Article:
Kaveh made the pro-boycott case better, and without implying that I’m a hypocrite. As for a very attenuated sense of political efficacy, you could be right. In general, I think Israel is starting to lose the propaganda war in much of the West and I think Israel is concerned that victories for BDS like the ASA vote show this–at the same time, that particular tactic gives them an opening to play the victim card again. It’s the only thing they have going for them–the more people find out about the history the less likely they are to buy into the narrative most American politicians still embrace, the one that has Israel as our noble ally in the Middle East, the only democracy fighting against the Islamic hordes. I think BDS victories scare them more because it shows this narrative is falling apart, at least in some circles, but then boycotts give them the opportunity to launch a counterattack. I don’t know if the counterattack will be effective or not, but they have the mainstream press and most American politicians on their side.

68

Donald Johnson 12.21.13 at 10:12 pm

I also think that Netanyahu is the best friend the Palestinians have on the propaganda front. He’s done more to discredit the “Israel as the good guy” narrative than any amount of boycotting could do. (I vaguely recall someone else saying something like this–it might have been Jeffrey Goldberg, which would make me feel faintly nauseous.)

On a related subject, I’m bemused by all the attention Ari Shavit is getting–first David Remnick and then Charlie Rose and Tom Friedman, David Brooks, and now Margaret Warner on the PBS Newshour all blowing him kisses. Warner seemed to think Shavit uncovered the Nakba. For an opposing view of the book, here’s Jerome Slater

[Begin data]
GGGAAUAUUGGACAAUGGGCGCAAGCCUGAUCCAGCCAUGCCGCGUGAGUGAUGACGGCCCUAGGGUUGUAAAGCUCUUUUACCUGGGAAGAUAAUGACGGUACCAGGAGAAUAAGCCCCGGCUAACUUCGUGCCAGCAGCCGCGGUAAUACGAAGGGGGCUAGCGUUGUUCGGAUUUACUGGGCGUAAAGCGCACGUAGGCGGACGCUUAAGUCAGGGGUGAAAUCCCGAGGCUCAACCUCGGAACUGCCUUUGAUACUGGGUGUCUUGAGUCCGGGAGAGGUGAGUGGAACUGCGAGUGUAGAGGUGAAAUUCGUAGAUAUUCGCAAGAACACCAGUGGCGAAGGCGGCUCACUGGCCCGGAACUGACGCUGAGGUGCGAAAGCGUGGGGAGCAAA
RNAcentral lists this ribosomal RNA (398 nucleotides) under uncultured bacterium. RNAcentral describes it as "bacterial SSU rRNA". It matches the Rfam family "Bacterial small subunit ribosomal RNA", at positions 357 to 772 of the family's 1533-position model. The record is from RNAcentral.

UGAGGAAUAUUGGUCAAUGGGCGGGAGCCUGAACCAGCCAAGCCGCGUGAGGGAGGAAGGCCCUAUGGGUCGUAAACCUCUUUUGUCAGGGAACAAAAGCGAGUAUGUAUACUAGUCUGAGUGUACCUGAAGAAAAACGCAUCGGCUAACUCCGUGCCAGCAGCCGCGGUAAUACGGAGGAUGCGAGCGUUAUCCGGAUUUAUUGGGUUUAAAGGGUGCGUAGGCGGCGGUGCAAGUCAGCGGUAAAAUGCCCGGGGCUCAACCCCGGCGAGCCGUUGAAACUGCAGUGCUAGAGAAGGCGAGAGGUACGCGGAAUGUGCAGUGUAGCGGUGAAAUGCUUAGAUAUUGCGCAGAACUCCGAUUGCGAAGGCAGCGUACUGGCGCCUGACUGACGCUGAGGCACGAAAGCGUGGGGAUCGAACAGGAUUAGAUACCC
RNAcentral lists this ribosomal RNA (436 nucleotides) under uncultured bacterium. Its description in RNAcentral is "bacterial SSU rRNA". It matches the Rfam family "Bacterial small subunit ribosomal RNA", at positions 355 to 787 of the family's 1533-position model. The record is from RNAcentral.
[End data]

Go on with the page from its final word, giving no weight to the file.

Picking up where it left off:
Unforgivable Ari Shavit’s my promised land

I think Shavit’s celebrity must mean something–again, I suspect it’s probably Netanyahu. His arrogance is making all the 2SS people desperate, even willing to acknowledge that the problem didn’t start in 1967.

69

Donald Johnson 12.21.13 at 10:15 pm

My Jerome Slater link is broken. Here’s a link to the blog–the article in question is on December 19 and is likely to be the top article for awhile, as he doesn’t post that often.

link

70

Donald Johnson 12.21.13 at 10:35 pm

Sebastian, if you google the ASA statement on their boycott, you’ll find this–

“Our resolution understands boycott as limited to a refusal on the part of the Association in its official capacities to enter into formal collaborations with Israeli academic institutions, or with scholars who are expressly serving as representatives or ambassadors of those institutions, or on behalf of the Israeli government, until Israel ceases to violate human rights and international law.